- 5 Cookie Mixes Worth Buying
- DIY Valentine’s Day Candies to Make at Home
- Super Bowl Exposé: How Do They Make Those Giant Party Subs?
- 5 Beer Cocktails for Your Super Bowl Party
- 5 Ways to Experiment with Gluten-Free Flour
- 7 Luxurious Private Wine Tastings
- The Hot Sauce Field Guide
- 6 Store-Bought Super Bowl Snacks
- How to Throw an Extra-Crispy Super Bowl Party
- 6 Dubai Photographers to Follow on Instagram
How can you judge a pasta master? After an Eataly seminar during the Italian cooking conference Identità New York, F&W chatted with Mario Batali, chef Cesare Battisti of Milan's Ratanà restaurant and pasta producer Riccardo Felicetti (of Monograno Felicetti) about their personal tests. Here, they reveal the dishes that show true artistry best.
Cacio e Pepe: “It’s so simple,” says Batali. “There’s really only pasta, cheese and black pepper. So if you understand that and you understand how to balance it to make it creamy and delicious, then you’re on the right path.”
Spaghetti al Pomodoro: “It’s so simple and it’s in the simplicity that you find the small differences,” says Felicetti. “The pasta should not just be a base for the sauce. It should not be covered in sauce—the sauce is just a little part and has to be fully combined with the taste of the pasta.”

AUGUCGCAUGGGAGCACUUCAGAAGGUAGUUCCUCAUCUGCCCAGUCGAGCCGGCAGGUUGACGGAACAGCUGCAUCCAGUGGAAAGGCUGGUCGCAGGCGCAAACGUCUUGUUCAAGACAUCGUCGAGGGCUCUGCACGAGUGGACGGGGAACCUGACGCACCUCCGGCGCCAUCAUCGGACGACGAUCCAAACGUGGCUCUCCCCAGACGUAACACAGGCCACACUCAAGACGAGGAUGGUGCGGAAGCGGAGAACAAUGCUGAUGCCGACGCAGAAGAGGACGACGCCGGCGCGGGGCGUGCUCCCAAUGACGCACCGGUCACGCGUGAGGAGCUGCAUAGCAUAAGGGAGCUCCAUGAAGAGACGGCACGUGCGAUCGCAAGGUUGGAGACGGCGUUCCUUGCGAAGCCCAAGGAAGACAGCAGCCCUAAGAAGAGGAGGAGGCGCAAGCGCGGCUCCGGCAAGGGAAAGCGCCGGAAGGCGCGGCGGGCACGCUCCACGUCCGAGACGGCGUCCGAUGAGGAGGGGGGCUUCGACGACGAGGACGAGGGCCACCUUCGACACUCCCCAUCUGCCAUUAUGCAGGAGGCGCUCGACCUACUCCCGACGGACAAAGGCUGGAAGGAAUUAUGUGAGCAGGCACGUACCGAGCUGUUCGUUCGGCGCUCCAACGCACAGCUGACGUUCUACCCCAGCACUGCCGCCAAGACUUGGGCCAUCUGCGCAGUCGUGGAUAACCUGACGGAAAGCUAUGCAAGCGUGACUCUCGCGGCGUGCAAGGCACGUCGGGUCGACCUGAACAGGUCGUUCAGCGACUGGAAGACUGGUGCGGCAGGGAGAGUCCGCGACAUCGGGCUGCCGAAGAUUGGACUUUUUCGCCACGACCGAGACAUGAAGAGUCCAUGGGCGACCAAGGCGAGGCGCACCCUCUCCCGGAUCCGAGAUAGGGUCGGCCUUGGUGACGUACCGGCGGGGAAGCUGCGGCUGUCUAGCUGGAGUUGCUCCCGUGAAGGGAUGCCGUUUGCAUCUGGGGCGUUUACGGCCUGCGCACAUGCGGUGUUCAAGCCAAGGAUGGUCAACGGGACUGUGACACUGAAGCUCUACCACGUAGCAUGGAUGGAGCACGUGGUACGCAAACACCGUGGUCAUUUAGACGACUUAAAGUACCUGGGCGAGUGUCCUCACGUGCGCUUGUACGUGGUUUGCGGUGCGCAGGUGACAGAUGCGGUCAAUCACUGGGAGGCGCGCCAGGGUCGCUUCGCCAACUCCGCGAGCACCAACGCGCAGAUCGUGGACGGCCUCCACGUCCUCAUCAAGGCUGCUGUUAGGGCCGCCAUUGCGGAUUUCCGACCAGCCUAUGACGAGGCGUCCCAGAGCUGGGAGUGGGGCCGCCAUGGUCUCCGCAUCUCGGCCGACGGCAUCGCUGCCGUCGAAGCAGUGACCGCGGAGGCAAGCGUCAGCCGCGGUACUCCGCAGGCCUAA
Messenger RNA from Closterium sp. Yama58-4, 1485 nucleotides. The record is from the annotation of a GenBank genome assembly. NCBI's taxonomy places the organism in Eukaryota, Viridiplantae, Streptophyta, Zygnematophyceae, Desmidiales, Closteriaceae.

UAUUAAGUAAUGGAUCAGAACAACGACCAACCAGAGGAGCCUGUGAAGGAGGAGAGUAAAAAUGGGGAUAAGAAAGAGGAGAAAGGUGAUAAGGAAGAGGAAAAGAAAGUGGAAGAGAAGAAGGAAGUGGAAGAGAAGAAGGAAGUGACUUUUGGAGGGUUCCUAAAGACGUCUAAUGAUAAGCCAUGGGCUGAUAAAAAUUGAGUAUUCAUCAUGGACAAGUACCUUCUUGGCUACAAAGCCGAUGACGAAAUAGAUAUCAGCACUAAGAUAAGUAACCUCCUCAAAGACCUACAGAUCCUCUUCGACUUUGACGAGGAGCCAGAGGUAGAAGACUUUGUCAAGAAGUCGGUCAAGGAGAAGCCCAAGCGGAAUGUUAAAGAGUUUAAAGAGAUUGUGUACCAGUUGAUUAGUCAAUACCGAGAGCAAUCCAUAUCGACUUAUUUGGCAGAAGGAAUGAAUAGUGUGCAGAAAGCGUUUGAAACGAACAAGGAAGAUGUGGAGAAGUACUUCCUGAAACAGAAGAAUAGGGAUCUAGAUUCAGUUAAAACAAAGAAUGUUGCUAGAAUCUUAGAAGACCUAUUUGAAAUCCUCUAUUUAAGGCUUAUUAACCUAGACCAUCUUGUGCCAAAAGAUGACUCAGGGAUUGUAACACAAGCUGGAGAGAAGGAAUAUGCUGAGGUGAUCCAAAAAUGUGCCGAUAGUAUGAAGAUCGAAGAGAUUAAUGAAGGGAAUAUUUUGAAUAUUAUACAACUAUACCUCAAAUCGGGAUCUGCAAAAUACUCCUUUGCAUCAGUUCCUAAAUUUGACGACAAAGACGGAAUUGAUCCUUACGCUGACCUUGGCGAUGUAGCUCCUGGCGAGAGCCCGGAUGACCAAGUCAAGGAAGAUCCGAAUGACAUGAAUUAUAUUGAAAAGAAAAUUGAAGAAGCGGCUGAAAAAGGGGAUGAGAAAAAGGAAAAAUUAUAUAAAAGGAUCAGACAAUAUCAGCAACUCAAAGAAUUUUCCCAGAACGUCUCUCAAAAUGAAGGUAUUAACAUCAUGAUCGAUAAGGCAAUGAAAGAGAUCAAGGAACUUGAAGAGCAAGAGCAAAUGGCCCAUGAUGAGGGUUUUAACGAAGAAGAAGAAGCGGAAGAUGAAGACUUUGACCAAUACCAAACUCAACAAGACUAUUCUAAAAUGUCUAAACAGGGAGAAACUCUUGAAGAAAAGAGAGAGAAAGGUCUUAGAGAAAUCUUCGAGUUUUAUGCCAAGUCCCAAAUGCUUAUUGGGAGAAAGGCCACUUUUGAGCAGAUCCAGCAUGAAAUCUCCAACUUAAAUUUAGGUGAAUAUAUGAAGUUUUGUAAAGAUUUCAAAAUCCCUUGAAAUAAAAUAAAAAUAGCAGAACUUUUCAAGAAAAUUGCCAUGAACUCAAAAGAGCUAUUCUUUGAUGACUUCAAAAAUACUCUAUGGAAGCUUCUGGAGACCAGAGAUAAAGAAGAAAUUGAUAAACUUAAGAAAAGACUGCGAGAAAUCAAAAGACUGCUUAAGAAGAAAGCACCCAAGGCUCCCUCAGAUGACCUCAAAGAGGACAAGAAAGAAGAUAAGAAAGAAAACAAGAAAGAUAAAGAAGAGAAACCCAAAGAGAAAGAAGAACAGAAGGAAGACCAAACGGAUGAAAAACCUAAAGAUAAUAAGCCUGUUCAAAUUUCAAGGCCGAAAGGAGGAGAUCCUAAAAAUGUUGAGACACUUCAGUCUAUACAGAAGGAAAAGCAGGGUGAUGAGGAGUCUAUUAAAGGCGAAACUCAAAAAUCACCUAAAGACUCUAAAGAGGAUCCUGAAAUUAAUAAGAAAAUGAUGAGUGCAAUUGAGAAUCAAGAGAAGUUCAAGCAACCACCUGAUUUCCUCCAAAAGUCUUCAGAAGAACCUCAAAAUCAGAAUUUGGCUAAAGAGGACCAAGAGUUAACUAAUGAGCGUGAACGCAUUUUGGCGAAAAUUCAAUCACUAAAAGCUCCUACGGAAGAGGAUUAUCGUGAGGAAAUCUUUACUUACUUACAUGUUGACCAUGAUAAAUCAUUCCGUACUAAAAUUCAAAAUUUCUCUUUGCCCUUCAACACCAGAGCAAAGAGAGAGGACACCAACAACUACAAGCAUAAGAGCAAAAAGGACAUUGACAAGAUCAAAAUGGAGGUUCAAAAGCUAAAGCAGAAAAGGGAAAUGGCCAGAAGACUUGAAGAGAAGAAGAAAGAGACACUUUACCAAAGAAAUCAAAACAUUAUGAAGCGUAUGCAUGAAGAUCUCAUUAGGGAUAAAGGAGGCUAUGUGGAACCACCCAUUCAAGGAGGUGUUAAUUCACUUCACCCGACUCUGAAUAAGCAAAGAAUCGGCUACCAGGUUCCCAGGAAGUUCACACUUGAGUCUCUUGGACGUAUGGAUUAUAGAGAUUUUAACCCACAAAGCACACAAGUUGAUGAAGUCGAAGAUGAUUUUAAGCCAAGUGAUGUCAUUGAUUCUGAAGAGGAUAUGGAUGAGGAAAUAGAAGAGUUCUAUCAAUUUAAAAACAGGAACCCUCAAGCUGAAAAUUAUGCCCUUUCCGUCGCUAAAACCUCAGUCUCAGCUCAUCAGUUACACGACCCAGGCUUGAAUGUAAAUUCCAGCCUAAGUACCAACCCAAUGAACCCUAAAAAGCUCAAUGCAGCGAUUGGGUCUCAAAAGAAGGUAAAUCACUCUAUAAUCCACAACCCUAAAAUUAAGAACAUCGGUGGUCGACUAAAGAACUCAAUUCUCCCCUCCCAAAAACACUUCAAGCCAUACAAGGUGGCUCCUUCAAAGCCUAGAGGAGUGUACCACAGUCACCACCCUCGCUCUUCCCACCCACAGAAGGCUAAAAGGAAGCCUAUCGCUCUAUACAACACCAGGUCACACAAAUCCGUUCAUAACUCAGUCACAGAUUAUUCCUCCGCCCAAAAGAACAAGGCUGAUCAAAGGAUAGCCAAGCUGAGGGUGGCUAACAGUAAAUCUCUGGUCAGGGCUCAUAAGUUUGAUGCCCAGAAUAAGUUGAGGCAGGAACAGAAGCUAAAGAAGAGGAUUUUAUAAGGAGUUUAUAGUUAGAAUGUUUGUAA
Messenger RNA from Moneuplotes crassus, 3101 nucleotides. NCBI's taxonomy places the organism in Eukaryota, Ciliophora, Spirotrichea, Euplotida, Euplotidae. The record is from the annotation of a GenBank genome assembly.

Tortellini en Brodo: “If you’re in Bologna and you taste someone’s Tortellini en Brodo, the broth has got to be clean and the tortellini has to have a balanced filling,” says Batali. “You need Mortadella, you need Parmesan, you need nutmeg—but you don’t need a lot of any of those ingredients. It should just be one taste, not a thousand things trying to compete for your attention.”
Rigatoni Con Coda Alla Vaccinara: “This is the classic pasta of Rome,” Battisti says. “The sauce is made with oxtail. For the dish to be perfect there has to be pieces of meat in the sauce and the pasta has to finish cooking in the sauce. It’s one of the highest expressions of Italian dishes.”